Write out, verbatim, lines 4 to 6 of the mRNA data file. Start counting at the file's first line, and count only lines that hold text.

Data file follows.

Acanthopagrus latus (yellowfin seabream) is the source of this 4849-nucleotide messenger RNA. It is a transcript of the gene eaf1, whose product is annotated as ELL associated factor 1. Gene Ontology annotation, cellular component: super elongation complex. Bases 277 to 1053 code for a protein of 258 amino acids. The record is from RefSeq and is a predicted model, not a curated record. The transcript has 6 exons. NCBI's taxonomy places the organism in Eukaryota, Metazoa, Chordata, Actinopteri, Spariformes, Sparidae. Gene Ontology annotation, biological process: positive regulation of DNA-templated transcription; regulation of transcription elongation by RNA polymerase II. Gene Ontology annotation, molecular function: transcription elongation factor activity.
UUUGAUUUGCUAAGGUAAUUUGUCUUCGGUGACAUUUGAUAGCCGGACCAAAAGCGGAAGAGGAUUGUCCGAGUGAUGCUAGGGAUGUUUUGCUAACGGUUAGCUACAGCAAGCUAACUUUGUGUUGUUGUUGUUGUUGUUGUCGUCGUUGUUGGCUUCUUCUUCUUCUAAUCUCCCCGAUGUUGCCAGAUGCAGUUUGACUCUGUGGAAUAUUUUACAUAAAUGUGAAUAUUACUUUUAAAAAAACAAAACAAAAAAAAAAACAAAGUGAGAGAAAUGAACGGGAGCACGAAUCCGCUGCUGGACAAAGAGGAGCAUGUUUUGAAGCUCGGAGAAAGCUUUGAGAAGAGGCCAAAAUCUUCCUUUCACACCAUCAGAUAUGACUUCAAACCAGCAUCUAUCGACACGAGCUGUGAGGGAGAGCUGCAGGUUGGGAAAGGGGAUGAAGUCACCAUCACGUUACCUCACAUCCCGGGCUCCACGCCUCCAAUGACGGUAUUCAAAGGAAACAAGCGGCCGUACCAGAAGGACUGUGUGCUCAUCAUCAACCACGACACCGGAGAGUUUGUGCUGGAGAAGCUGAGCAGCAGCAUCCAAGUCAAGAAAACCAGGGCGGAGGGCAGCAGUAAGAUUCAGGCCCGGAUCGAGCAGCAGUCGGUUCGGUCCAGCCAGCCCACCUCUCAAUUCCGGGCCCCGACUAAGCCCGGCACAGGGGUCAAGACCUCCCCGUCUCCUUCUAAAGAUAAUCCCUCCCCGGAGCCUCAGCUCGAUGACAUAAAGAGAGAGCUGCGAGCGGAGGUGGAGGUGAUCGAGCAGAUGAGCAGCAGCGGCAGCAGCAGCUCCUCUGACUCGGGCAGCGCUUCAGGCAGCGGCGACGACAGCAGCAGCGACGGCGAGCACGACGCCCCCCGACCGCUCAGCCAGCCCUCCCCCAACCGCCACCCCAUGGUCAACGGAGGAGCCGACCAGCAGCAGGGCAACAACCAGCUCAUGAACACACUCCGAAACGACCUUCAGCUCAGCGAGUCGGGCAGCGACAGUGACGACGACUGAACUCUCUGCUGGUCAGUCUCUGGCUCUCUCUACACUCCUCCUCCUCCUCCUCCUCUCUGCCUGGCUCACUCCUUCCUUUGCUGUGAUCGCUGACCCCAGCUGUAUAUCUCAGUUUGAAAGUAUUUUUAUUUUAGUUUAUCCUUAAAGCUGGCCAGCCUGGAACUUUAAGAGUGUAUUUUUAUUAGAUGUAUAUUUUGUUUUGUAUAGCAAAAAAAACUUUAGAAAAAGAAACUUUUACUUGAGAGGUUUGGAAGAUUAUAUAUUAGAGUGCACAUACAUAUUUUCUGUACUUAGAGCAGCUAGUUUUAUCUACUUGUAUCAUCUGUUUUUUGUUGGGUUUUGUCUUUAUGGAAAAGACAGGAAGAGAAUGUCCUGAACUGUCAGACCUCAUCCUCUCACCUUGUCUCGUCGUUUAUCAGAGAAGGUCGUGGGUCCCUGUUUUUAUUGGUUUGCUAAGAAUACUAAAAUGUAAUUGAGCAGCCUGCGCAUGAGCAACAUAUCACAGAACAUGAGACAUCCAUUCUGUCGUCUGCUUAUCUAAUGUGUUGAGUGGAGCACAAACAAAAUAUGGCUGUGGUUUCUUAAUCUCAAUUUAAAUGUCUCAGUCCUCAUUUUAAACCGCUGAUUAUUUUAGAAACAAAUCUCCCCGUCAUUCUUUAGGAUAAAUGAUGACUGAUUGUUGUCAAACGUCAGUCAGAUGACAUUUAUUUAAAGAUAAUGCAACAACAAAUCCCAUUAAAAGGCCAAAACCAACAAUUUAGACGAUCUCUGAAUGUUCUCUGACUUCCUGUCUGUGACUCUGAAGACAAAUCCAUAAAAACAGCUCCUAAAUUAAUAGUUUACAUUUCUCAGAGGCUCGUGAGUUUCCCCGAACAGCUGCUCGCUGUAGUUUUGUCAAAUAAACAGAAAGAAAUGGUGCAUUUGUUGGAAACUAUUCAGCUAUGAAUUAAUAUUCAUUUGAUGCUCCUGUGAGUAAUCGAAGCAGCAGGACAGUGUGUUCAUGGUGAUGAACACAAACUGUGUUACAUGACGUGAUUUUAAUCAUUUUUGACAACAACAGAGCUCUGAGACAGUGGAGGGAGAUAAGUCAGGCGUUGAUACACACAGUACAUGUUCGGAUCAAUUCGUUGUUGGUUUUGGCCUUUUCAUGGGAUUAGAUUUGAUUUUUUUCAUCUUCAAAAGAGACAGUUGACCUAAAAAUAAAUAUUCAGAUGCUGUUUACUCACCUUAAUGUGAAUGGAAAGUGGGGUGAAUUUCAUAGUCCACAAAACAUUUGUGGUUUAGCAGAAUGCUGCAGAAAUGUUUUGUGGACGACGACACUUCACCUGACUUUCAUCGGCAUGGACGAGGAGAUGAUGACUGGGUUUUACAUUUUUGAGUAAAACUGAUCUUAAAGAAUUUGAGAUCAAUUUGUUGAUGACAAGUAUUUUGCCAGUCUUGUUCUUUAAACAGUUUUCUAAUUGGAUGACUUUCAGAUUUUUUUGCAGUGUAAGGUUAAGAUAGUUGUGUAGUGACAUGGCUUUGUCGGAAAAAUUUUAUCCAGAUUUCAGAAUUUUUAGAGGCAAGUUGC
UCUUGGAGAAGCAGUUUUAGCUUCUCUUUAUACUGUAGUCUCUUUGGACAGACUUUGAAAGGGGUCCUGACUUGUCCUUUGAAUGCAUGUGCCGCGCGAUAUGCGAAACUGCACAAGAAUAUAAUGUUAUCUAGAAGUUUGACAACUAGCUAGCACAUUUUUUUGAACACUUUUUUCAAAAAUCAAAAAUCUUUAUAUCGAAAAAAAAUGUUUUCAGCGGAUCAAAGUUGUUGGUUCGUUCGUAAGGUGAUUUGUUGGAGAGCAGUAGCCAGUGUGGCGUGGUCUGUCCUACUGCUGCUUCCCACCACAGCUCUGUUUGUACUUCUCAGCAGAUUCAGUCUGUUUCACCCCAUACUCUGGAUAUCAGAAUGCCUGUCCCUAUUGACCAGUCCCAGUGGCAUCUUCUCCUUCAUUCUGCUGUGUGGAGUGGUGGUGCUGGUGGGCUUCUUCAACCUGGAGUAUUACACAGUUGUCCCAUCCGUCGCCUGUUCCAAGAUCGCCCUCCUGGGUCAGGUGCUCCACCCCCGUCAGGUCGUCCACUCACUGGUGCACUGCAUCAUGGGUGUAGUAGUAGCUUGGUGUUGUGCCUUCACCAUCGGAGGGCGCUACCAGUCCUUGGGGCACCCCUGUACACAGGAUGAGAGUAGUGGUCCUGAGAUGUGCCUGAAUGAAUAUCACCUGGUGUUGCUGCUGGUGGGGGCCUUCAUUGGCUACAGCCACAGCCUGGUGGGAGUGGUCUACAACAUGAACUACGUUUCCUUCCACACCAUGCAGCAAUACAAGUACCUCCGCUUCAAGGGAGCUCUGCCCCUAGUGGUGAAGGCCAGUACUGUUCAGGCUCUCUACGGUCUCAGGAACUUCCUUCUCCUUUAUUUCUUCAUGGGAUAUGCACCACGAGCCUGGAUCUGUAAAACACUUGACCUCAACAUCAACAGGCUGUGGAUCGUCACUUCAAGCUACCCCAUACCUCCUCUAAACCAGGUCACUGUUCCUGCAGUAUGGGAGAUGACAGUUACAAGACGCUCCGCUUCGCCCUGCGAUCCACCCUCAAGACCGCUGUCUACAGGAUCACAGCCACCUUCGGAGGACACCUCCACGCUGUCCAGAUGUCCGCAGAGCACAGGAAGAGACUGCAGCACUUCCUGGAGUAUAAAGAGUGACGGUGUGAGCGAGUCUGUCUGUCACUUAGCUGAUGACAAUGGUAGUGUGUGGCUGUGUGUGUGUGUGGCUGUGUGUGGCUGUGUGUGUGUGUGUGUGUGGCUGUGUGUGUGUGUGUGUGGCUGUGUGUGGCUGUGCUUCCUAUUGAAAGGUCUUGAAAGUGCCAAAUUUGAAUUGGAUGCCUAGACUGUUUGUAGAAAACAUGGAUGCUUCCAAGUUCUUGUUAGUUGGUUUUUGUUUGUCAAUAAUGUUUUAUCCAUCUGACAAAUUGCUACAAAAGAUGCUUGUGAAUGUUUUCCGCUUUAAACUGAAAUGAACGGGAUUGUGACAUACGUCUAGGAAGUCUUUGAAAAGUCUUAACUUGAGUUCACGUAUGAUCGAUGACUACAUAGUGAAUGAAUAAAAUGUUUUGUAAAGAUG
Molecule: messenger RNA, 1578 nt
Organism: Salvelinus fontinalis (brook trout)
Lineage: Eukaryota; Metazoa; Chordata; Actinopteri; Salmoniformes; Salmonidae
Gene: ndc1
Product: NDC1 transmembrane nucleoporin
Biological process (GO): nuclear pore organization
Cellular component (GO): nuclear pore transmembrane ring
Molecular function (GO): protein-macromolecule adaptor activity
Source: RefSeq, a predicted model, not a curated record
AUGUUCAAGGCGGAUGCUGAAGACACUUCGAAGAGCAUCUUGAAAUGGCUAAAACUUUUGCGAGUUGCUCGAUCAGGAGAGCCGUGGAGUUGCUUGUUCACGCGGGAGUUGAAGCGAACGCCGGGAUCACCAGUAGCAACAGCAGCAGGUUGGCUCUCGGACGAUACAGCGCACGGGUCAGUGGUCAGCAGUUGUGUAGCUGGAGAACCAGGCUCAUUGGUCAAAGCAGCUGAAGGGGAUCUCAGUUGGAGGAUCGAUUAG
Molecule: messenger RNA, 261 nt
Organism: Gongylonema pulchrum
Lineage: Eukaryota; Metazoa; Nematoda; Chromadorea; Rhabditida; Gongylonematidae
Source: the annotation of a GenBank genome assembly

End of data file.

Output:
Molecule: messenger RNA, 1578 nt
Organism: Salvelinus fontinalis (brook trout)
Lineage: Eukaryota; Metazoa; Chordata; Actinopteri; Salmoniformes; Salmonidae